Ask Hamilton – Lake Winnepesaukah

Dear Hamilton,
Our family has been going to Lake Winnepesaukah every summer as far back as we can remember, and we heard that this summer, it will celebrate 90 years of operation. Could you tell us a little about the park’s history?
Sincerely,
We Love Winnie

winnieDear We Love Winnie,

Certainly! Lake Winnepesaukah has been a summer hot spot since 1925, the year entrepreneurial couple Carl and Minette Dixon first opened the lake property to the public. Originally, it was primarily a swimming and picnicking park – a place to boat, canoe, swim, and sunbathe on the beach. On warm days, Chattanoogans flocked to the lake and its adjacent swimming pool, which at the time was considered one of the largest and finest in the South.

But as you know, Lake Winnie would become much more than this. Seeking to capitalize on the thriving amusement park industry, the Dixons began expanding the attraction’s footprint by hosting balloonists, auto, boat, and motorcycle races, swim meets, and stunt exhibitions (Carl himself was a famed race car driver and sportsman). Then, in 1927, Lake Winnie opened its very first ride – the Boat Chute, designed and built by Carl himself. The ride is still in operation today and is the oldest one of its kind in the U.S.

After Carl’s untimely death in 1933, Minette took over the ownership of the park, becoming the first in Lake Winnie’s long tradition of all-women management. During the next few decades she spearheaded numerous developments including a year-round skating rink, more than 13 rides (including a Ferris Wheel, auto scooters, and Fly-O-Plane, revived in 2000), a Kiddie Park, concessions, a penny arcade, a Cake Pavilion for birthday parties, and the Show Boat (whose original structure now serves as an ice cream stand).

When Minette passed in 1958, full management of the park transferred to the Dixons’ only daughter, Evelyn. Committed to her parents’ legacy, she initiated an expansion of the attraction in the ‘60s that nearly doubled its size. The revival saw the addition of some of the park’s most iconic rides, including the Mad Mouse in 1960 (predecessor of the current Wild Lightnin’), the wooden Cannonball roller coaster in 1967, and the famed antique carousel in 1968.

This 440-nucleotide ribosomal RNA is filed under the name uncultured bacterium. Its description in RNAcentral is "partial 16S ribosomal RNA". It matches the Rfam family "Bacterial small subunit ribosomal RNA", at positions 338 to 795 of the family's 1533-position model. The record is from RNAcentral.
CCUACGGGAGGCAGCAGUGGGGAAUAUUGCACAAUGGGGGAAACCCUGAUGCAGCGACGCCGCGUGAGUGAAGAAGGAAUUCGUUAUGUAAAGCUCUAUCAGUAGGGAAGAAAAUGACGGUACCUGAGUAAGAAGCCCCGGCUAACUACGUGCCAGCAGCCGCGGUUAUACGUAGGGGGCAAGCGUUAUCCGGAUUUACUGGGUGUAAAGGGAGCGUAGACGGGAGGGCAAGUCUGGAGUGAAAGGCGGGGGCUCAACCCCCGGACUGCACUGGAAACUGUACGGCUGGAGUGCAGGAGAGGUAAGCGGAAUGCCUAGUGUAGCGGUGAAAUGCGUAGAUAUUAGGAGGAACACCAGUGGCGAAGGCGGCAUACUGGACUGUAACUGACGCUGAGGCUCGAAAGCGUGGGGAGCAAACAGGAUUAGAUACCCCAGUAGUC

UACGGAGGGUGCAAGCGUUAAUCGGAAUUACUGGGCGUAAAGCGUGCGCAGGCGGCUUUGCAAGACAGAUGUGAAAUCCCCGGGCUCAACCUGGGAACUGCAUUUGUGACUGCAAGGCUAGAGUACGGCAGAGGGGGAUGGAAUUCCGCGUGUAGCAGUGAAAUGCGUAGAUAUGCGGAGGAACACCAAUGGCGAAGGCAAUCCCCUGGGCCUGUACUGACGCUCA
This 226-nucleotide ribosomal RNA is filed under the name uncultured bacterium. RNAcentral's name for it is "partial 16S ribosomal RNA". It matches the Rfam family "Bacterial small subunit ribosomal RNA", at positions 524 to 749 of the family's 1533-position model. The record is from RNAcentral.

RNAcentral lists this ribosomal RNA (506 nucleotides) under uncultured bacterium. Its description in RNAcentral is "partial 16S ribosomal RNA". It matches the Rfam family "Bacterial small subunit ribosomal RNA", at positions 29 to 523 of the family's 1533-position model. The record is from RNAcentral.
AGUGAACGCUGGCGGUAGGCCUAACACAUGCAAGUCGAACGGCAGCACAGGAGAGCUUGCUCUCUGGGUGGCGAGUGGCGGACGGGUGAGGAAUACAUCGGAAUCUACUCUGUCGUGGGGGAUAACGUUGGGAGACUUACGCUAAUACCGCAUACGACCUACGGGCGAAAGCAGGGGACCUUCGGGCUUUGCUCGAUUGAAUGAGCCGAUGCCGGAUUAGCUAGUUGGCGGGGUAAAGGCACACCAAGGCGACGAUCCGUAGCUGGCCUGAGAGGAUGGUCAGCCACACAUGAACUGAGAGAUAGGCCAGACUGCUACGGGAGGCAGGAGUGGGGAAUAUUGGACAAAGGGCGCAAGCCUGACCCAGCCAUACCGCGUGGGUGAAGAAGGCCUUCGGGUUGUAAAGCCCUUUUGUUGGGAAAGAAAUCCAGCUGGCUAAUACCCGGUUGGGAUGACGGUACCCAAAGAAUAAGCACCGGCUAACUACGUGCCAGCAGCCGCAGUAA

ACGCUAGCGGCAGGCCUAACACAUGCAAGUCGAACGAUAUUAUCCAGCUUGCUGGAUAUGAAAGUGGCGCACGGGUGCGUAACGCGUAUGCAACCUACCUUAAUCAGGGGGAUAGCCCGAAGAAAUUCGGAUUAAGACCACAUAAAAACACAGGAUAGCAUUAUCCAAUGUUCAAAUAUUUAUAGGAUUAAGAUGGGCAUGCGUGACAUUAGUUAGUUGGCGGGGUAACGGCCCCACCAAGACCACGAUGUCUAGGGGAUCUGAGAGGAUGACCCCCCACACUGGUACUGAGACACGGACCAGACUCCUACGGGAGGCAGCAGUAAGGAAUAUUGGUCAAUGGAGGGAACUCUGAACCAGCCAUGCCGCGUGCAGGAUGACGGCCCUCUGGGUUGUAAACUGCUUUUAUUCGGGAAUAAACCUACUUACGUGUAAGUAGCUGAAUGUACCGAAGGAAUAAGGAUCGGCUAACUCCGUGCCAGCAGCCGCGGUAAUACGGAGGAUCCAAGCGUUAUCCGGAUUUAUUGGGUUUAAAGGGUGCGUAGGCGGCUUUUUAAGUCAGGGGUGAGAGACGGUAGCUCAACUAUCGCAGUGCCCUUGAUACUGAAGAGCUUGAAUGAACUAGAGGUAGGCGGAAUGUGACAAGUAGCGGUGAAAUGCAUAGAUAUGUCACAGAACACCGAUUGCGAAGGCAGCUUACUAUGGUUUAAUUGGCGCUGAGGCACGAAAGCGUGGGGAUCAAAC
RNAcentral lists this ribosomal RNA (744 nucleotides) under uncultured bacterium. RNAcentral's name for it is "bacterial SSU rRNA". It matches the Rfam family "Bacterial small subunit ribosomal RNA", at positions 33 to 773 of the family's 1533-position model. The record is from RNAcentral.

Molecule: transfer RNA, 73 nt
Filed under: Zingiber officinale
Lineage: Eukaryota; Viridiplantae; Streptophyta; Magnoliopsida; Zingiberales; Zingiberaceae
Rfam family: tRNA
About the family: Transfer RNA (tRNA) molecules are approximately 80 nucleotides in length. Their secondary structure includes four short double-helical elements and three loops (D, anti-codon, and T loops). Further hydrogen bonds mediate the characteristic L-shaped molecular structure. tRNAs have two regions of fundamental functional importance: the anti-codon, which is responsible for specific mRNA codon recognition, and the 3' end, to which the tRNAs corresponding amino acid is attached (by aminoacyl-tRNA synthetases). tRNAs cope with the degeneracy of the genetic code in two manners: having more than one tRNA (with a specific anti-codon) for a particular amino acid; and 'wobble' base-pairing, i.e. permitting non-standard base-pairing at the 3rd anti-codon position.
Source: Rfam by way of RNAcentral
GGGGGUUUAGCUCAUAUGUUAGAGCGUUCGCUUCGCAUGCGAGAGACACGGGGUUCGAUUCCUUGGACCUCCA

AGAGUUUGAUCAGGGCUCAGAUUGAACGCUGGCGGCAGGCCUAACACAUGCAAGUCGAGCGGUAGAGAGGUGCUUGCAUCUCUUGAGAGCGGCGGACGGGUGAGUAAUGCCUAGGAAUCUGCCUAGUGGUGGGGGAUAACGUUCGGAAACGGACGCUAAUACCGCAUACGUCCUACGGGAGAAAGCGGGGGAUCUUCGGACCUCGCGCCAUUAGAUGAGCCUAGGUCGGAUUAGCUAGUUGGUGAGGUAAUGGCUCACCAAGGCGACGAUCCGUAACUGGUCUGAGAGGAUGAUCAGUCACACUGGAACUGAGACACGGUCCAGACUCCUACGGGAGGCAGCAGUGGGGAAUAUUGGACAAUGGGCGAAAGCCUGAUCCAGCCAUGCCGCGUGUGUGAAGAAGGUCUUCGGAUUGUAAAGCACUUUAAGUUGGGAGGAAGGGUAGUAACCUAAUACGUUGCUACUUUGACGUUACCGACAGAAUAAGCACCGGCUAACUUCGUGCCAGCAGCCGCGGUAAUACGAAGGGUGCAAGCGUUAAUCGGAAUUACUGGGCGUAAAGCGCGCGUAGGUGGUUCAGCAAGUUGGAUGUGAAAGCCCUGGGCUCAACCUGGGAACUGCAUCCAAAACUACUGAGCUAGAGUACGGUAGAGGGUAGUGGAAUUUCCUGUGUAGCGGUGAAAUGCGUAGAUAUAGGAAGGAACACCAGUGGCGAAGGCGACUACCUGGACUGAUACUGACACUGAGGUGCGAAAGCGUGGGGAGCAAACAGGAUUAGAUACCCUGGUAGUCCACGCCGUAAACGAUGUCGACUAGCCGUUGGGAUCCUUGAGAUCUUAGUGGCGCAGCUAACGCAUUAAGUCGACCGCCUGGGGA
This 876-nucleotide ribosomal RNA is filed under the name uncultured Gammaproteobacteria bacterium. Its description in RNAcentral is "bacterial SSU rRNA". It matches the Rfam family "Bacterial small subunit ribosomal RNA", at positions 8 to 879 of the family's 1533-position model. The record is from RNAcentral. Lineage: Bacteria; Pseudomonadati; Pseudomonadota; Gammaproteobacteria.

Beginning in the late ‘70s, while the next generation of Dixon women was busy raising children and pursuing other interests, the park was turned over to an outside company who oversaw the attraction for the next 20 years. But when the lease was up, the women of the family rallied to once again assume leadership. In 1998, Evelyn’s daughters, Adrienne Rhodes and Tootsie Harless, along with Adrienne’s daughters, Talley Green and Tennyson Dickinson, joined forces as the next generation of park management.

Spurred by a shared commitment to restore Lake Winnie to its former glory, these granddaughters and great-granddaughters ushered in a new era of growth. Under their leadership, the park added the 140-foot “Oh-Zone” freefall ride in 2006 and the reversing “Fire Ball” roller coaster in 2012. Then in 2013, Lake Winnie had its biggest expansion since the 1960s with the opening of the five-acre, multi-million dollar SoakYa Water Park, which fittingly harkens back to the attraction’s earliest days as a summer retreat.

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